The Repeal of the Corn Laws in Britain

The Repeal of the Corn Laws in Britain
The Repeal of the Corn Laws in Britain
1. The repeal of the Corn Laws in Britain in 1846
(A) virtually destroyed British agricultural production and made the
country reliant on Indian production
(B) encouraged British farmers to abandon corn
(C) was a concession to bourgeois industrialists
(D) was yet another step in erecting a protective tariff
2. The Corn Laws benefited which group the most?
(A) the manufacturers
(B) the laborers
(C) the nobility and other large landowners
(D) the farmworkers
3. Industrialization in the textile industry resulted in
(A) better paying jobs
(B) the establishment of factories
(C) improved working conditions
(D) more reliance on silk from China
4. In which of the following ways did Britain’s colonial empire
contribute to the country’s industrialization?
(A) Industrial technology was shared with the colonies, thus
improving the empire’s overall industrial output.
(B) Colonial laborers worked for much cheaper wages than
unionized British workers.
(C) The colonies provided a growing market for British
manufactured goods.
(D) British companies established factories in the colonies that
produced inexpensive goods for export.
The Repeal of the Corn Laws in Britain
5. Which of the following was NOT a factor that contributed to Britain’s
Industrial Revolution?
(A) extensive colonial possessions
(B) agricultural innovations that led to more food production
(C) extensive and diverse supply of natural resources
(D) an effective central bank and well-developed credit markets
6. The first factories in Britain’s Industrial Revolution produced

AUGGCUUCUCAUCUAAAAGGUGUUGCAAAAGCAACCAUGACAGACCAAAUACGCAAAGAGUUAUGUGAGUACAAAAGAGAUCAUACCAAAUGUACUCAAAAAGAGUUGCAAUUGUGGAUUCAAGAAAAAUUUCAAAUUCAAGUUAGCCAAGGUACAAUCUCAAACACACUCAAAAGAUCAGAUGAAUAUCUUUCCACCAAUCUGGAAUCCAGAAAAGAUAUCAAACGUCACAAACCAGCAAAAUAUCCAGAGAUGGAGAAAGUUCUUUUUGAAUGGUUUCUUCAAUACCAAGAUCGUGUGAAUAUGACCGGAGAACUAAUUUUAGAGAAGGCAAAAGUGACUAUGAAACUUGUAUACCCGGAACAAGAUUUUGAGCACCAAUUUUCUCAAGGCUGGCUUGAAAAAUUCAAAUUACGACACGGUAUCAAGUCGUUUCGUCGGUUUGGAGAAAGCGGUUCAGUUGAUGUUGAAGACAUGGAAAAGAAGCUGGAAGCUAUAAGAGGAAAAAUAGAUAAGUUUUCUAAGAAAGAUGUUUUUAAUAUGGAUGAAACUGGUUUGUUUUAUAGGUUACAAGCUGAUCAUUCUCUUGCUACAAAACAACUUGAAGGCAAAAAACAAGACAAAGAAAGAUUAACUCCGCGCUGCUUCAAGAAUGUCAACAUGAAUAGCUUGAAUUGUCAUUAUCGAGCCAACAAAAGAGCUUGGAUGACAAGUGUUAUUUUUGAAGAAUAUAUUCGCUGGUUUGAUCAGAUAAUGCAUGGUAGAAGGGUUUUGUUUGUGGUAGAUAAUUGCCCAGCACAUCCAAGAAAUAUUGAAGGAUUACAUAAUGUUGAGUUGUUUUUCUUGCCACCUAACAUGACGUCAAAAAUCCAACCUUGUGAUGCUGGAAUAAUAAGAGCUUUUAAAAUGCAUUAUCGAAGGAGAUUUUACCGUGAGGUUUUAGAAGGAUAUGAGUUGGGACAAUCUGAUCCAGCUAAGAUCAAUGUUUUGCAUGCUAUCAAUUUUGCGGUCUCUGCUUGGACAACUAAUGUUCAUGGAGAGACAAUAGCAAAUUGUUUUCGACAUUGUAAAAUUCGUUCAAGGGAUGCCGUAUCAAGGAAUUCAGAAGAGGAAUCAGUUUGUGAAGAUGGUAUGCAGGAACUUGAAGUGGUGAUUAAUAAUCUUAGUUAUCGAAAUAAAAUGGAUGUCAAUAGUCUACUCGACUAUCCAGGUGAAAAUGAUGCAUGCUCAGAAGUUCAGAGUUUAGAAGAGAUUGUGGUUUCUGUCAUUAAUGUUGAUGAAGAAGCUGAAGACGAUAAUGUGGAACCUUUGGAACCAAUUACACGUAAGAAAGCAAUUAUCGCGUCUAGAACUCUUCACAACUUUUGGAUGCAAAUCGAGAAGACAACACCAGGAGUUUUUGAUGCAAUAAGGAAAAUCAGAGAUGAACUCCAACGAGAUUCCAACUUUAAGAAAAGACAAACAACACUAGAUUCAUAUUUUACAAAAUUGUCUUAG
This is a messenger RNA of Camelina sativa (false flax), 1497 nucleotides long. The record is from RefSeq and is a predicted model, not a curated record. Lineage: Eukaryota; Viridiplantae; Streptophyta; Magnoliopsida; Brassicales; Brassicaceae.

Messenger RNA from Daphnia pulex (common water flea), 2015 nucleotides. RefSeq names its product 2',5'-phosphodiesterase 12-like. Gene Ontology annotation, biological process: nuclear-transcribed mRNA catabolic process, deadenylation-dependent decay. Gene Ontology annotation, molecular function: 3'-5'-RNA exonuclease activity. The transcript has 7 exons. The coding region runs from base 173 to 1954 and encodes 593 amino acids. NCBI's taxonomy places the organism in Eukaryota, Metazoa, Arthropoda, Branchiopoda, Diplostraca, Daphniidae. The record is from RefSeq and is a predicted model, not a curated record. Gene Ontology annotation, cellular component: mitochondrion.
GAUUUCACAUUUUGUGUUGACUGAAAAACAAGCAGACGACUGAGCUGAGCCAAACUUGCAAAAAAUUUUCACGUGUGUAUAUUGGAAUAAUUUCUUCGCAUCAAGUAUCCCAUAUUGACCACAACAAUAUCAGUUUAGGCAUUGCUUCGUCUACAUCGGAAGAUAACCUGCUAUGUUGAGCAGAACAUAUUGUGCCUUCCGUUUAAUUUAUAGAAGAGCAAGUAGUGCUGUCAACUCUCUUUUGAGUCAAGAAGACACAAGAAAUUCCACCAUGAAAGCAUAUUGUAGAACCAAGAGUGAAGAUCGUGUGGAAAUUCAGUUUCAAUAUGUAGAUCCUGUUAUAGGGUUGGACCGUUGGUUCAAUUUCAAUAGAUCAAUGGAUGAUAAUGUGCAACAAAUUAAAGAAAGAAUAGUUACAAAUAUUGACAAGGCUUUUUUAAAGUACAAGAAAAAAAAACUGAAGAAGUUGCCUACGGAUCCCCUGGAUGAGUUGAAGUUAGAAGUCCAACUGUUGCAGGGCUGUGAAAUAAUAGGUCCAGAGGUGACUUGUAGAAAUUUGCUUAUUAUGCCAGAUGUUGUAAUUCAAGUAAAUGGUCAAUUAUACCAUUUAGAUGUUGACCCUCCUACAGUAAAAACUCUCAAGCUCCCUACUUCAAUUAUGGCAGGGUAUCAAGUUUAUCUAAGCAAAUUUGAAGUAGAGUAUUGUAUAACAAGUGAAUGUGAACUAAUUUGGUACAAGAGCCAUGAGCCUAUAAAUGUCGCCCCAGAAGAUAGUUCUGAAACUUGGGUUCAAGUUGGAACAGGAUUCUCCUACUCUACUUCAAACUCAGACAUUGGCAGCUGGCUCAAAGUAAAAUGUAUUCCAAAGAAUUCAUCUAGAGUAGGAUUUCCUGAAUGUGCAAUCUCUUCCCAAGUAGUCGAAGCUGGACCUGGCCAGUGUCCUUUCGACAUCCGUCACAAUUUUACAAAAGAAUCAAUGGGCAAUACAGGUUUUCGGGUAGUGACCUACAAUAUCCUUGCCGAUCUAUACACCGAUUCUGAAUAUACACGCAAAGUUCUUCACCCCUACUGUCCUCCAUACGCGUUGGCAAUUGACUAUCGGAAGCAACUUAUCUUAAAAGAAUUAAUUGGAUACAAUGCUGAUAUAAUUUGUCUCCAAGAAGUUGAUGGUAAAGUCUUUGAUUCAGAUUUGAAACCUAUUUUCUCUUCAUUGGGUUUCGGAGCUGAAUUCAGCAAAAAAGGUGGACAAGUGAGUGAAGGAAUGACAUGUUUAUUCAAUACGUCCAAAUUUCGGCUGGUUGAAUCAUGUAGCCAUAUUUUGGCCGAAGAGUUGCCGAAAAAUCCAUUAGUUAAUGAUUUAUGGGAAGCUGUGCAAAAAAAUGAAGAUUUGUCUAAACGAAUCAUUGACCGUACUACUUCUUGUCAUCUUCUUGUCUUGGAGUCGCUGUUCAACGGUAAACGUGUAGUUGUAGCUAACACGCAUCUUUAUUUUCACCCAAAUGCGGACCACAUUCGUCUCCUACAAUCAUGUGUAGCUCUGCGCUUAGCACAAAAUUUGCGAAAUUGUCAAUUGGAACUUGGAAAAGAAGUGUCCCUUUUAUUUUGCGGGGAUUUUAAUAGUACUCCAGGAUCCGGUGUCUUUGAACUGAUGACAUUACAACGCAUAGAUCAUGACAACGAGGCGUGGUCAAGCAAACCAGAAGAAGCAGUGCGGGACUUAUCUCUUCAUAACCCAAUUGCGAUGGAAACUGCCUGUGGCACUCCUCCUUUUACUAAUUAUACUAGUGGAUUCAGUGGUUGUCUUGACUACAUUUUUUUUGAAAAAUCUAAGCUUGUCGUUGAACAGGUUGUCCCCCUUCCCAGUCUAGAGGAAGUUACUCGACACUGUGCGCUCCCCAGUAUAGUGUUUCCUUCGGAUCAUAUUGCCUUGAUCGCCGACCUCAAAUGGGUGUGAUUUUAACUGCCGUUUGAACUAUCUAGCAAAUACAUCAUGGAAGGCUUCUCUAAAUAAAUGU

(A) textiles
(B) tools
(C) machines
(D) trains
7. Eighteenth-century inventions by James Hargreaves, Richard
Arkwright, and Edmund Cartwright led to
(A) a dramatic increase in the cotton textile industry
(B) the extensive use of cottage industry in Great Britain
(C) the need for oil as a new energy source
(D) faster ships being manufactured
8. Which of the following does NOT describe Britain’s enclosure
(A) It led to commercial farming.
(B) Enclosure was legislated by Parliament.
(C) It was a means of collectivizing agricultural ownership.
(D) It was a process led by large landowners.
9. Which of the following agricultural innovations is Charles
Townshend most frequently associated with?
(A) four-crop rotation
(B) the three-field system
(C) heavy use of manure for fertilizer
(D) development of the tractor
The Repeal of the Corn Laws in Britain
10. Which of the following characteristics did the putting-out and factory
systems share?
(A) scale of production
(B) centralization of production
(C) size of profits for successful entrepreneurs
(D) production of textile-based finished goods
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